RadarScope Cross-Platform Weather Radar App
If you are looking for a radar that gives you the data straight, this is it. There are no smoothing algorithms for the radar so you can see what meteorologists see and make your own judgments. Even if all you know is green is good and red is bad this radar is the best out there.
—Anonymous App Store reviewer
As someone who grew up in Tornado Alley, I understand the value of a reliable weather radar. All the news stations in my home town made huge deals about their storm detection systems any chance they could, and the school of meteorology at my old college is considered one of the best in the world. Heck, there was a tornado movie filmed in my neck of the woods. I was surrounded by this stuff.
These days my travels keep me away from Oklahoma City a lot of the year, but that doesn’t mean I don’t still rely on top-notch storm radar, and in lieu of having a trusty News 9 anchor with me at all times — and man, do those guys live for tornado warning nights, you can always tell they’re AMPED UP to an almost sadistic degree — I get to have fancy-pants radar technology right in my pocket thanks to the ten-buck RadarScope app.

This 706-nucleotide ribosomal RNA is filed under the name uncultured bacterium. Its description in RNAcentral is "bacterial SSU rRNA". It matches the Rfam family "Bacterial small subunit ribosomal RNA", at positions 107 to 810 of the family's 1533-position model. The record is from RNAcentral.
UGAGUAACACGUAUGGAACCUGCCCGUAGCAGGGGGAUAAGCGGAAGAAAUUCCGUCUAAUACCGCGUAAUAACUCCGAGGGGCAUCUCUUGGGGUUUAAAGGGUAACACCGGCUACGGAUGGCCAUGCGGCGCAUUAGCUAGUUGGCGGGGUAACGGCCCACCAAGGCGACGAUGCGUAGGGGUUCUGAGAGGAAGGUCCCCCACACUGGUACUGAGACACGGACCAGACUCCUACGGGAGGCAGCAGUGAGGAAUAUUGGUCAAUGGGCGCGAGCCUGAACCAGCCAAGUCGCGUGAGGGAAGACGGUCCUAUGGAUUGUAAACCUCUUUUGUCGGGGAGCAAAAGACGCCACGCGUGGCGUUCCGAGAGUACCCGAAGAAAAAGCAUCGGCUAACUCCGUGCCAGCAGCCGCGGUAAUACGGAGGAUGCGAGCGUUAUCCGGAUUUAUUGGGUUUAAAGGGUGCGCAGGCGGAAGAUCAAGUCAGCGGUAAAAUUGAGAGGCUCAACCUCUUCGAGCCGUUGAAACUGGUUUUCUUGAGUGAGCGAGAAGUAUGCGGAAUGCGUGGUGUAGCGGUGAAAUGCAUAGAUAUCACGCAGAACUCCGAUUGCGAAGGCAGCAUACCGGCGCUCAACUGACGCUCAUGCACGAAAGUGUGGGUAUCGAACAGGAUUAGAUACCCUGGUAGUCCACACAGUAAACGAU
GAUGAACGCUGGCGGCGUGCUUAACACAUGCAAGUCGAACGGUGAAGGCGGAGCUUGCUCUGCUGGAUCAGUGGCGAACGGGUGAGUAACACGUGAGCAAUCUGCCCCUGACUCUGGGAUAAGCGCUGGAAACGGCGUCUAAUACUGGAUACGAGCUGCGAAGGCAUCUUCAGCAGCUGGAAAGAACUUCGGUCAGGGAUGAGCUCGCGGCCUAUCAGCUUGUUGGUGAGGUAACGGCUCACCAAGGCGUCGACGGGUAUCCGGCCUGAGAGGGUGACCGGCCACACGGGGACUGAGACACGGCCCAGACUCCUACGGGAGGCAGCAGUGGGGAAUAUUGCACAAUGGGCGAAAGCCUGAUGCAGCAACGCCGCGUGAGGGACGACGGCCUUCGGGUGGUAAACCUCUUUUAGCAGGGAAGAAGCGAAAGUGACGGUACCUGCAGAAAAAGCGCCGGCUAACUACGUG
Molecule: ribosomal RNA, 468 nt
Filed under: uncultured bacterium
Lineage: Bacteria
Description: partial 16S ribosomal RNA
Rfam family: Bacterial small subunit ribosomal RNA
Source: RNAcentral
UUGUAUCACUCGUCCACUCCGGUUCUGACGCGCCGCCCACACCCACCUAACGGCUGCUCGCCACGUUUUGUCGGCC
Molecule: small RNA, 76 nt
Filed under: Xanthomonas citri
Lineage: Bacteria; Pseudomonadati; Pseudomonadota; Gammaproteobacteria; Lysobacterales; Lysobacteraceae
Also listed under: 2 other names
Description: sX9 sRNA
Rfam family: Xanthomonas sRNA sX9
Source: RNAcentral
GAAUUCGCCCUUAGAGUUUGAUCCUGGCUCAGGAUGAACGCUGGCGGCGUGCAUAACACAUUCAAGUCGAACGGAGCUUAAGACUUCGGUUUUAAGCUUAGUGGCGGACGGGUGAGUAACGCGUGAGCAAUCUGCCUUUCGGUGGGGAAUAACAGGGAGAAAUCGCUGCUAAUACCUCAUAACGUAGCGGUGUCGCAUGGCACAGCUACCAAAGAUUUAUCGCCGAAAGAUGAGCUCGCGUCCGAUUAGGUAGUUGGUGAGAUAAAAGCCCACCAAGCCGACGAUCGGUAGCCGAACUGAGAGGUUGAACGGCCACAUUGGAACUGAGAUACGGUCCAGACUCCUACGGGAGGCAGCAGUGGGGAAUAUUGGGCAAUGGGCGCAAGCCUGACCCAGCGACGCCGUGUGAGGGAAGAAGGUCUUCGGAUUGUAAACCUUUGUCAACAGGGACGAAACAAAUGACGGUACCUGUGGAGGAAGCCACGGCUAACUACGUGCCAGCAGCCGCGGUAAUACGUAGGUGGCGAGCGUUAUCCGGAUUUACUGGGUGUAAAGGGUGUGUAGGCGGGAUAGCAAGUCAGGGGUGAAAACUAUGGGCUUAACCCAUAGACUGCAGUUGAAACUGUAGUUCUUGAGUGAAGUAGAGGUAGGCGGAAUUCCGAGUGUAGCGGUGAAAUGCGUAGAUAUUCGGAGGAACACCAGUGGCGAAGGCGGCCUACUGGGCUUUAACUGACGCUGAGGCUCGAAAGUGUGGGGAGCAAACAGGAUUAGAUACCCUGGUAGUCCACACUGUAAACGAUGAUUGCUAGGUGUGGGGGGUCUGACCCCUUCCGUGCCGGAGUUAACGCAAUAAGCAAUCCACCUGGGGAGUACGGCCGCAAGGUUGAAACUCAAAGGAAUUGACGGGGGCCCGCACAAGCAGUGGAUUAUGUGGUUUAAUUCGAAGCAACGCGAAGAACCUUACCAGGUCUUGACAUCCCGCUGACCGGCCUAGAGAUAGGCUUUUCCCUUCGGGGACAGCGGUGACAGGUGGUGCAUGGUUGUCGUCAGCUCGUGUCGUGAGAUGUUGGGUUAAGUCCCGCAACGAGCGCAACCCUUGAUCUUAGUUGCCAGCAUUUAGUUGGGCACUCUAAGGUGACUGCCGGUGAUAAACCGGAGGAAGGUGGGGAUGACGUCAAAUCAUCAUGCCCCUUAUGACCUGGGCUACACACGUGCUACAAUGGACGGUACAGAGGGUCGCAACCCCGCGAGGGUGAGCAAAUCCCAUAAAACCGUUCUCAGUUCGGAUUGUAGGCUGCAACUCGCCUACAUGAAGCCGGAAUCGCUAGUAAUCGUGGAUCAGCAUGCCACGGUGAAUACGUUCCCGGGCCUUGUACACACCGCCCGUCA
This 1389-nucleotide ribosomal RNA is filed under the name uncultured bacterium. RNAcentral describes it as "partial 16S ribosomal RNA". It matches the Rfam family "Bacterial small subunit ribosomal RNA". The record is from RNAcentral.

Sure, you can find lots of free radar apps out there that are ~okay~ in a pinch, but none of them holds a candle to the golden standard that is RadarScope. It’s super fast, accurate, detailed, informative, and highly polished. This is the app recommended and loved by meteorologists, storm chasers, and advanced weather geeks on the go.
As far as what it can do, I’ll let the app description speak for itself:
RadarScope […] allows you view NEXRAD Level 3 and super-resolution radar data along with tornado, severe thunderstorm, flash flood, special marine and snow squall warnings, and predicted storm tracks issued by the U.S. National Weather Service. It can display the latest reflectivity, velocity, dual-polarization, and other products from [various radars around the world.] These aren’t smoothed images, this is native radar data rendered in its original radial format for a high level of detail.
Whether you are scanning reflectivity for a mesocyclone’s tell-tale hook echo, trying to pinpoint the landfall of a hurricane’s eye wall, or looking for small features like velocity couplets in the storm relative radial velocity product, RadarScope gives you the power to view true radial weather radar data.
I couldn’t possibly do more than scratch the surface in this simple blog post, so head over to the App Store or do some reading around on their official website to learn more about the app. RadarScope is $10 on iOS and Android (with optional upgrade tiers for more advanced users), or you can buy the Mac or Windows desktop version separately for $30. When you find yourself in a severe weather event (like I did just last night in South Carolina), you’ll know it was worth every penny.